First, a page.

What is a Web Press?

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  • Written By: Mary McMahon
  • Edited By: O. Wallace
  • Last Modified Date: 08 October 2019
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A web press is a type of printing press which accepts paper in rolls, rather than in individual sheets. Most web pressed are rotary presses, meaning that the plates used for printing are mounted on a cylinder. The rolls of paper or “webs” unspool past this cylinder, which can come in a variety of widths, and then coil back up at the other end of the press. Web presses are used for large-scale print runs in which tens or hundreds of thousands of copies are needed. Most books and newspapers are printed on web presses.

Three different printing techniques can be used with a web press. In offset lithography, one of the most common, an image is transferred to a roller from a plate. This method is rapid and highly efficient, although it can be prone to smearing. Rotogravure involves the use of an engraved cylinder or a cylinder with an engraved plate mounted to it, while flexography uses a flexible raised plate to transfer ink to the paper.


Huge web presses capable of handling really big jobs usually are heat-set, meaning that once the paper rolls past the cylinder with the plate, it is exposed to set the ink so that it will not smear. Smaller cold-set presses require more careful paper handling, because the ink is not exposed to ink, so it will be prone to smearing until it sets. Both are capable of continuous feeding, using splices when a roll of paper reaches the end.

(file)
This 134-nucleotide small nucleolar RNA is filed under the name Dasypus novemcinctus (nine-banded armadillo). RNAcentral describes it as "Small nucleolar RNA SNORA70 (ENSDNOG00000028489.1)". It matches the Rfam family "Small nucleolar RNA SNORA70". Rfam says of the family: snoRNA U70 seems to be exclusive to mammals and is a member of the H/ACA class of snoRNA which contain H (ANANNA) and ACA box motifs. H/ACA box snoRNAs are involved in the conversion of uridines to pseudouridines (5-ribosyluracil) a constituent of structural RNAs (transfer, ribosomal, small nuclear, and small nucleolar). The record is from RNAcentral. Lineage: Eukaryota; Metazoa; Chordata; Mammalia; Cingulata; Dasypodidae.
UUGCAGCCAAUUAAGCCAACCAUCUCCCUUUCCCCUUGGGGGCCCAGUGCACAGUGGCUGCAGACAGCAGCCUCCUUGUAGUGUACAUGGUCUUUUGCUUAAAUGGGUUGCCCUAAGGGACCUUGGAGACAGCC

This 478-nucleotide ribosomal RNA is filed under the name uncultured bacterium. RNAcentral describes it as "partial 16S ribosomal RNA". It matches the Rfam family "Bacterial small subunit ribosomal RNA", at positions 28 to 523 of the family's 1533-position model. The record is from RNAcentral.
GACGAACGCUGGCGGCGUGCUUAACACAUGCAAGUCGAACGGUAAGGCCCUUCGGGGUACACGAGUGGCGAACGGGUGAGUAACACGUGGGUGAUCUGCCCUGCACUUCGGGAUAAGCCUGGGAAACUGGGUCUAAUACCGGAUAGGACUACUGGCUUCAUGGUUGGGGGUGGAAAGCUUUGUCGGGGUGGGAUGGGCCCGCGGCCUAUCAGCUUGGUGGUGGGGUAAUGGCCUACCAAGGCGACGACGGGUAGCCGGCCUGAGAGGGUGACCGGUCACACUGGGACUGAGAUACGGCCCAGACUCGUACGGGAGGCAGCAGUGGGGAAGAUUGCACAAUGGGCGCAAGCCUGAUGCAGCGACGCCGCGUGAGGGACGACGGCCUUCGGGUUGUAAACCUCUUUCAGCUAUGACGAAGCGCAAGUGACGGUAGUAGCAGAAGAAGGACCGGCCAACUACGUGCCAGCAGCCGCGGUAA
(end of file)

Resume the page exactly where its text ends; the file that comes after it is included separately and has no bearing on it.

In some cases, a web press can print on both sides of the paper simultaneously, as might be needed with a book or newspaper. In other instances, the paper is coiled as it comes out of the press and fed back through to print the other side. In either case, once the paper has been printed, it can be cut, folded, stapled, glued, and sewn into the desired shape or size. Automated machines for all of these tasks are available.

Running a web press requires a high degree of skill. The pressperson must be able to keep the tension of the paper consistent so that the press does not stop running, and he or she must keep on the supplies of ink and continuously check the output of the press to confirm that it is printing properly without any misregistrations. A small mistake can be costly when a web press involved, as it costs a lot of money to halt or redo a print run, making attentiveness at every stage critical.


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Post 2

Good explanation. As a web press user, I think this is a very accurate explanation.

Post 1

What is the use of the PIV mechanism in the web press machine?

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